Thursday, February 12, 2009

Generalissimo del Bosque is more than ready to grab a ruler and see who's bigger

One of these pictures shows a ruthless dictator, filled with disregard for the people whose lives and fates mean nothing to him. The other is of Generalissimo Francisco Franco.

The best way to get a Liverpool supporter writhing around and gnashing his bared fangs at any sudden movement is to tell him Spain is playing somewhere in the middle of the Premier League season. Despite my deep fondness for Spain, the way they play and how Rafa's connection with that country's players has helped transform Liverpool for the better, my primary concern with these international breaks is this:

Luckily, it appears by all the accounts I've read that Torres made it through 64 needless minutes against England last night without aggravating those million-dollar hamstrings that we always worry about. But Spanish manager Vicente del Bosque couldn't help himself in the post-match news conference. Knowing Rafa is going to urge caution with how Torres is used in a meaningless international friendly pitting Spain at home against an experimental England filled with players who are as likely to see 90 minutes at a time at South Africa 2010 as yours truly, del Bosque slyly winked at the assembled journalists and made a deadpan comment about Liverpool's No. 9 being returned to club duty completely fit. No muss, no fuss, in so many words.

It appears from some of the articles about the Spain-England match that del Bosque's line drew some knowing chuckles from the scribblers eating up their latest angle for the "Isn't Rafa goofy and neurotic?" storyline. Well, isn't that precious.

But whatever del Bosque hoped to accomplish with that stupid, stupid friendly that proves nothing, his carefree attitude toward Torres' health does a tremendous disservice to Torres. Torres played 64 minutes. David Villa played 55. Why? It was clear to the world Torres wasn't fit, despite the three goals he scored in Liverpool's previous two League matches, the boy's pace is not there right now because his hamstring is not perfect. Rafa has exhibited caution toward Torres' long-term health.

Vicente del Bosque is in a tense spot, no doubt. The Spain manager has his own interests he must serve, but it appears to del Bosque one of them is keeping the Spanish press giggling and happy. The more distractions the better, right? It'll help down the line when things aren't so rosy and the public starts to question why Spain isn't stampeding through the World Cup with 3-0 after 4-1 results.

But I'd like to tell del Bosque that his days are filled with peaches and cream right now because Torres scored the goal that lifted the 8,000-ton gorilla from Spain's back at Euro 2008 – under Luis Aragonés' management, it should be mentioned. No longer is Spain the talented outfit that goes out to Italy in major tournaments. Never again does Spain have to hear from supporters, "How are they going to screw this up? You know they will." Torres played an integral role in ending 44 years of nothing for Spain on the international stage. That counts for something.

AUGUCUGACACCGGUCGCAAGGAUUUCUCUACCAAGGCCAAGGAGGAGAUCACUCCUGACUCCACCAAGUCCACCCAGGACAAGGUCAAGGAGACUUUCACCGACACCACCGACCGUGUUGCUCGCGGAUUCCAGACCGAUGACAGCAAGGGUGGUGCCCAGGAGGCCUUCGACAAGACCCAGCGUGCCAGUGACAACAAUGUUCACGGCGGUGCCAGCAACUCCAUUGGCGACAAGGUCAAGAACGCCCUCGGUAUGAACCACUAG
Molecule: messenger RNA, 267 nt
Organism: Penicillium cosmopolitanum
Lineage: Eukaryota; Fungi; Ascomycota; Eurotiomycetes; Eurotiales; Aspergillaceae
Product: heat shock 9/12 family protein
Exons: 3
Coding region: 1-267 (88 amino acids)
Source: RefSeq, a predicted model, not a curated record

And it should count toward more thoughtfulness in how Torres is treated. He's 24 years old, is the toast of strikers in the English league and any conversation about the world's best forward players includes his name among the handful at the top. Torres is in the middle of his club team's greatest chance to win their domestic league since the boy was 6 years old. His sustained health and success on the pitch will ensure riches and the world at his feet for the rest of his life. Torres has a lot riding on that group of muscles that connect his rear end to the back of his knees. Vicente del Bosque treats him like a prop to get a laugh at Benitez' expense.

Torres is never going to decline to play for Spain. No player would, for Spain or any other country (well, except for a few in England and Italy). During a glitzy but utterly pointless February friendly, Vicente del Bosque got lucky Fernando Torres didn't aggravate any of his leg problems – or worse, suffer an errant kick from some "stuck in" England player trying to get Capello's attention and maybe another cap or three down the line. Torres' health is more than just a Liverpool concern. A continually knackered Torres would hurt Spain's chances when the time comes for real international matches that count for something. Let's see David Villa play to this level without the strike partner that scored 33 goals in his first season in England and who has defenders from Belize to Bangkok and Brussels soiling themselves when he gets on the ball.

Maybe del Bosque is cavalier toward Torres' health because he doesn't see the importance of those "real" international matches. Perhaps he's been around Spain's losing ways so long he didn't catch how Fernando Torres lifted the chains of failure from around Spain's neck last summer. Then he should stay as far away from Fernando Torres as possible.


stephen said...

Brilliant stuff, this. Dare I say the best non-Putin related post on Match Pricks to date?

My stomach is already turning at the thought of the Confederations' Cup this summer.

Jim said...

The thought about this post struck me at work toward the end of the night and just kind of percolated from there. Del Bosque's comment about Torres' fitness after the match really set me off.

As always, thank you for reading and elevating our California readership.